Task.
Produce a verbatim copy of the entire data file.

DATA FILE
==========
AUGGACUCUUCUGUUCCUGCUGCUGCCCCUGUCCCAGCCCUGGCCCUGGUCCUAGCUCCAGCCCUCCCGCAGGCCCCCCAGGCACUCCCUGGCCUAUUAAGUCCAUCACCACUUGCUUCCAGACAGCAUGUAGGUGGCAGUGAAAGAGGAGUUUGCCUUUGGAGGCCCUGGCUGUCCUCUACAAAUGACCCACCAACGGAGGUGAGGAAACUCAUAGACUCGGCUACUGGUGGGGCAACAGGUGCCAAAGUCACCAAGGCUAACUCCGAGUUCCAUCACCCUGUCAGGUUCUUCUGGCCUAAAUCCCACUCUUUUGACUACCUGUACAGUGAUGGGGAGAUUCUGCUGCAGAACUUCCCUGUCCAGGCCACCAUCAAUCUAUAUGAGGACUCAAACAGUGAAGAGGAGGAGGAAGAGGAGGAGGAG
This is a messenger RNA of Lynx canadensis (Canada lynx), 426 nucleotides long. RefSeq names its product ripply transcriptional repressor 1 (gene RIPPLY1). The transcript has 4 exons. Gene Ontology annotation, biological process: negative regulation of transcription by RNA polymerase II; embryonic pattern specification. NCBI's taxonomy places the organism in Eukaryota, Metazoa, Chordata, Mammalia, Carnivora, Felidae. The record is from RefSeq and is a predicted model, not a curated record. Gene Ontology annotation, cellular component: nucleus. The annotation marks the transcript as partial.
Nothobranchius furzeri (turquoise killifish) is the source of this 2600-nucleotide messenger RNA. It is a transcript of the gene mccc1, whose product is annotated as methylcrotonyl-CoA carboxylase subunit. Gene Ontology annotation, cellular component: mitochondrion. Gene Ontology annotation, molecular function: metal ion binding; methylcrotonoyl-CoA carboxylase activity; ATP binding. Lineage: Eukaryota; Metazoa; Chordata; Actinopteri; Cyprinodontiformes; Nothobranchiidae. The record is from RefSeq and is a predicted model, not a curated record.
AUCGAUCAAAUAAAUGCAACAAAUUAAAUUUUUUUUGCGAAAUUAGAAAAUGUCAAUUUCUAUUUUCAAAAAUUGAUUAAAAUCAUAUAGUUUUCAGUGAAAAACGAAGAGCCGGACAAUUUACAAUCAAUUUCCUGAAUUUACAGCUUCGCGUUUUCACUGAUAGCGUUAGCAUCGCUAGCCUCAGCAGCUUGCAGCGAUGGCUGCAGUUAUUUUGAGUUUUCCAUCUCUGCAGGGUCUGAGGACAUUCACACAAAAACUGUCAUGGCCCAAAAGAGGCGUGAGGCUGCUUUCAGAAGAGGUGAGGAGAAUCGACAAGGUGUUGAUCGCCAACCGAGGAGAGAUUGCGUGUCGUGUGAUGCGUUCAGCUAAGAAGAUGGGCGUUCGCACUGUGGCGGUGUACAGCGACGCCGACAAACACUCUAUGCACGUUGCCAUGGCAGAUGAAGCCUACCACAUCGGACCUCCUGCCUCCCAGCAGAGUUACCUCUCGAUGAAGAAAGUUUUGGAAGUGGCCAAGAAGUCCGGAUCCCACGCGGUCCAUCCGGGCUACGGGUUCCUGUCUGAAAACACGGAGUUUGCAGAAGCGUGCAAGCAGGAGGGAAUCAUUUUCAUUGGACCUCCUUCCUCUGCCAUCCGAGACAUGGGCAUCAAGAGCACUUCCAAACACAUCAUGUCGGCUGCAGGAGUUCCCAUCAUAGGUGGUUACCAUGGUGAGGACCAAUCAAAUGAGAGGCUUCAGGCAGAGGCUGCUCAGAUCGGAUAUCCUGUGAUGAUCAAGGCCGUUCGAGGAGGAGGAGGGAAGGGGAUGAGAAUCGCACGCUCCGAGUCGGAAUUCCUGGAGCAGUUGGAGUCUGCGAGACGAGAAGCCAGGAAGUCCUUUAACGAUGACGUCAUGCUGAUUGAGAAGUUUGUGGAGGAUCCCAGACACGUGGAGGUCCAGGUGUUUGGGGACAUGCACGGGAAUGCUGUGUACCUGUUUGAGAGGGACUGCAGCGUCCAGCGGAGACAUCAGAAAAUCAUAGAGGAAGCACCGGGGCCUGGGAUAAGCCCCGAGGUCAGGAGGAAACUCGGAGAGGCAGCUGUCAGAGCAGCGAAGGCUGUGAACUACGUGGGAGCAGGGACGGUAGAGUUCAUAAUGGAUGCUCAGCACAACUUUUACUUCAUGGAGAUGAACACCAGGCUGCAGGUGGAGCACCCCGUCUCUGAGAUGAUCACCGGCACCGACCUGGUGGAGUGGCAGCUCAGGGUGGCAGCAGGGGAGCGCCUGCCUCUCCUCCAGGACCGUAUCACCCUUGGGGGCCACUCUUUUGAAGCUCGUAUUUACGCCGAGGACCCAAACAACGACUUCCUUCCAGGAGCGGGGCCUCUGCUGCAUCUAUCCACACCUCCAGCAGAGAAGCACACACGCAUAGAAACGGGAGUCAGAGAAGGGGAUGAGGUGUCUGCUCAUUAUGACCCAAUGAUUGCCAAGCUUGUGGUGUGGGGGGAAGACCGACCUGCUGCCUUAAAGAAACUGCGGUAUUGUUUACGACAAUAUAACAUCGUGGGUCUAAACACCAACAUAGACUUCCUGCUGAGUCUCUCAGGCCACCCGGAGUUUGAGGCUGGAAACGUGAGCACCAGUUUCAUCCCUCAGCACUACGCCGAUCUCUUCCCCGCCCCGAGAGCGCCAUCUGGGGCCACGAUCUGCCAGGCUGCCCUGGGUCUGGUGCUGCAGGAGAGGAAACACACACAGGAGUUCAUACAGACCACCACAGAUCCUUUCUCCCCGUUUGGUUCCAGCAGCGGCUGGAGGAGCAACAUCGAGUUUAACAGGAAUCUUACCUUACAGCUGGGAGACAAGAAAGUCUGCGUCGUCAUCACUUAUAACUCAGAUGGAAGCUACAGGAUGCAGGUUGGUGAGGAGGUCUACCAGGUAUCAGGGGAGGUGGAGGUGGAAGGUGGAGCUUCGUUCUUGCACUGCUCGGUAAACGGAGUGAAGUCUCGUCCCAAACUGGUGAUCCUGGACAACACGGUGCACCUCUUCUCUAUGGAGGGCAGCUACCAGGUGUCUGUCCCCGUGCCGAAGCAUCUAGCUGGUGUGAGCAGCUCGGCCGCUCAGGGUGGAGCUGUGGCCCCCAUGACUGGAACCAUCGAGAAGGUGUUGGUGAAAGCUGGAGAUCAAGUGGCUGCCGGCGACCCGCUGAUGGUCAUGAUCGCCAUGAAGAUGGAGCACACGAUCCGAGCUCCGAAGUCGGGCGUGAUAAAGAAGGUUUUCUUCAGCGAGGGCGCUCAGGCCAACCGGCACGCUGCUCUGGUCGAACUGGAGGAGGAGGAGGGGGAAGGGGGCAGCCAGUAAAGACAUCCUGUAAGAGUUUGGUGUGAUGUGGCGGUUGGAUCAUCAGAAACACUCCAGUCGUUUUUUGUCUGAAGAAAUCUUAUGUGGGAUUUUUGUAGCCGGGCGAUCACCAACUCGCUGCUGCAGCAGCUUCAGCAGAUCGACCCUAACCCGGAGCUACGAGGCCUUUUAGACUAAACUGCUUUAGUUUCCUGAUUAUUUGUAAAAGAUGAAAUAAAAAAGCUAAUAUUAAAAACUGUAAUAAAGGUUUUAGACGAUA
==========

AUGGACUCUUCUGUUCCUGCUGCUGCCCCUGUCCCAGCCCUGGCCCUGGUCCUAGCUCCAGCCCUCCCGCAGGCCCCCCAGGCACUCCCUGGCCUAUUAAGUCCAUCACCACUUGCUUCCAGACAGCAUGUAGGUGGCAGUGAAAGAGGAGUUUGCCUUUGGAGGCCCUGGCUGUCCUCUACAAAUGACCCACCAACGGAGGUGAGGAAACUCAUAGACUCGGCUACUGGUGGGGCAACAGGUGCCAAAGUCACCAAGGCUAACUCCGAGUUCCAUCACCCUGUCAGGUUCUUCUGGCCUAAAUCCCACUCUUUUGACUACCUGUACAGUGAUGGGGAGAUUCUGCUGCAGAACUUCCCUGUCCAGGCCACCAUCAAUCUAUAUGAGGACUCAAACAGUGAAGAGGAGGAGGAAGAGGAGGAGGAG
This is a messenger RNA of Lynx canadensis (Canada lynx), 426 nucleotides long. RefSeq names its product ripply transcriptional repressor 1 (gene RIPPLY1). The transcript has 4 exons. Gene Ontology annotation, biological process: negative regulation of transcription by RNA polymerase II; embryonic pattern specification. NCBI's taxonomy places the organism in Eukaryota, Metazoa, Chordata, Mammalia, Carnivora, Felidae. The record is from RefSeq and is a predicted model, not a curated record. Gene Ontology annotation, cellular component: nucleus. The annotation marks the transcript as partial.
Nothobranchius furzeri (turquoise killifish) is the source of this 2600-nucleotide messenger RNA. It is a transcript of the gene mccc1, whose product is annotated as methylcrotonyl-CoA carboxylase subunit. Gene Ontology annotation, cellular component: mitochondrion. Gene Ontology annotation, molecular function: metal ion binding; methylcrotonoyl-CoA carboxylase activity; ATP binding. Lineage: Eukaryota; Metazoa; Chordata; Actinopteri; Cyprinodontiformes; Nothobranchiidae. The record is from RefSeq and is a predicted model, not a curated record.
AUCGAUCAAAUAAAUGCAACAAAUUAAAUUUUUUUUGCGAAAUUAGAAAAUGUCAAUUUCUAUUUUCAAAAAUUGAUUAAAAUCAUAUAGUUUUCAGUGAAAAACGAAGAGCCGGACAAUUUACAAUCAAUUUCCUGAAUUUACAGCUUCGCGUUUUCACUGAUAGCGUUAGCAUCGCUAGCCUCAGCAGCUUGCAGCGAUGGCUGCAGUUAUUUUGAGUUUUCCAUCUCUGCAGGGUCUGAGGACAUUCACACAAAAACUGUCAUGGCCCAAAAGAGGCGUGAGGCUGCUUUCAGAAGAGGUGAGGAGAAUCGACAAGGUGUUGAUCGCCAACCGAGGAGAGAUUGCGUGUCGUGUGAUGCGUUCAGCUAAGAAGAUGGGCGUUCGCACUGUGGCGGUGUACAGCGACGCCGACAAACACUCUAUGCACGUUGCCAUGGCAGAUGAAGCCUACCACAUCGGACCUCCUGCCUCCCAGCAGAGUUACCUCUCGAUGAAGAAAGUUUUGGAAGUGGCCAAGAAGUCCGGAUCCCACGCGGUCCAUCCGGGCUACGGGUUCCUGUCUGAAAACACGGAGUUUGCAGAAGCGUGCAAGCAGGAGGGAAUCAUUUUCAUUGGACCUCCUUCCUCUGCCAUCCGAGACAUGGGCAUCAAGAGCACUUCCAAACACAUCAUGUCGGCUGCAGGAGUUCCCAUCAUAGGUGGUUACCAUGGUGAGGACCAAUCAAAUGAGAGGCUUCAGGCAGAGGCUGCUCAGAUCGGAUAUCCUGUGAUGAUCAAGGCCGUUCGAGGAGGAGGAGGGAAGGGGAUGAGAAUCGCACGCUCCGAGUCGGAAUUCCUGGAGCAGUUGGAGUCUGCGAGACGAGAAGCCAGGAAGUCCUUUAACGAUGACGUCAUGCUGAUUGAGAAGUUUGUGGAGGAUCCCAGACACGUGGAGGUCCAGGUGUUUGGGGACAUGCACGGGAAUGCUGUGUACCUGUUUGAGAGGGACUGCAGCGUCCAGCGGAGACAUCAGAAAAUCAUAGAGGAAGCACCGGGGCCUGGGAUAAGCCCCGAGGUCAGGAGGAAACUCGGAGAGGCAGCUGUCAGAGCAGCGAAGGCUGUGAACUACGUGGGAGCAGGGACGGUAGAGUUCAUAAUGGAUGCUCAGCACAACUUUUACUUCAUGGAGAUGAACACCAGGCUGCAGGUGGAGCACCCCGUCUCUGAGAUGAUCACCGGCACCGACCUGGUGGAGUGGCAGCUCAGGGUGGCAGCAGGGGAGCGCCUGCCUCUCCUCCAGGACCGUAUCACCCUUGGGGGCCACUCUUUUGAAGCUCGUAUUUACGCCGAGGACCCAAACAACGACUUCCUUCCAGGAGCGGGGCCUCUGCUGCAUCUAUCCACACCUCCAGCAGAGAAGCACACACGCAUAGAAACGGGAGUCAGAGAAGGGGAUGAGGUGUCUGCUCAUUAUGACCCAAUGAUUGCCAAGCUUGUGGUGUGGGGGGAAGACCGACCUGCUGCCUUAAAGAAACUGCGGUAUUGUUUACGACAAUAUAACAUCGUGGGUCUAAACACCAACAUAGACUUCCUGCUGAGUCUCUCAGGCCACCCGGAGUUUGAGGCUGGAAACGUGAGCACCAGUUUCAUCCCUCAGCACUACGCCGAUCUCUUCCCCGCCCCGAGAGCGCCAUCUGGGGCCACGAUCUGCCAGGCUGCCCUGGGUCUGGUGCUGCAGGAGAGGAAACACACACAGGAGUUCAUACAGACCACCACAGAUCCUUUCUCCCCGUUUGGUUCCAGCAGCGGCUGGAGGAGCAACAUCGAGUUUAACAGGAAUCUUACCUUACAGCUGGGAGACAAGAAAGUCUGCGUCGUCAUCACUUAUAACUCAGAUGGAAGCUACAGGAUGCAGGUUGGUGAGGAGGUCUACCAGGUAUCAGGGGAGGUGGAGGUGGAAGGUGGAGCUUCGUUCUUGCACUGCUCGGUAAACGGAGUGAAGUCUCGUCCCAAACUGGUGAUCCUGGACAACACGGUGCACCUCUUCUCUAUGGAGGGCAGCUACCAGGUGUCUGUCCCCGUGCCGAAGCAUCUAGCUGGUGUGAGCAGCUCGGCCGCUCAGGGUGGAGCUGUGGCCCCCAUGACUGGAACCAUCGAGAAGGUGUUGGUGAAAGCUGGAGAUCAAGUGGCUGCCGGCGACCCGCUGAUGGUCAUGAUCGCCAUGAAGAUGGAGCACACGAUCCGAGCUCCGAAGUCGGGCGUGAUAAAGAAGGUUUUCUUCAGCGAGGGCGCUCAGGCCAACCGGCACGCUGCUCUGGUCGAACUGGAGGAGGAGGAGGGGGAAGGGGGCAGCCAGUAAAGACAUCCUGUAAGAGUUUGGUGUGAUGUGGCGGUUGGAUCAUCAGAAACACUCCAGUCGUUUUUUGUCUGAAGAAAUCUUAUGUGGGAUUUUUGUAGCCGGGCGAUCACCAACUCGCUGCUGCAGCAGCUUCAGCAGAUCGACCCUAACCCGGAGCUACGAGGCCUUUUAGACUAAACUGCUUUAGUUUCCUGAUUAUUUGUAAAAGAUGAAAUAAAAAAGCUAAUAUUAAAAACUGUAAUAAAGGUUUUAGACGAUA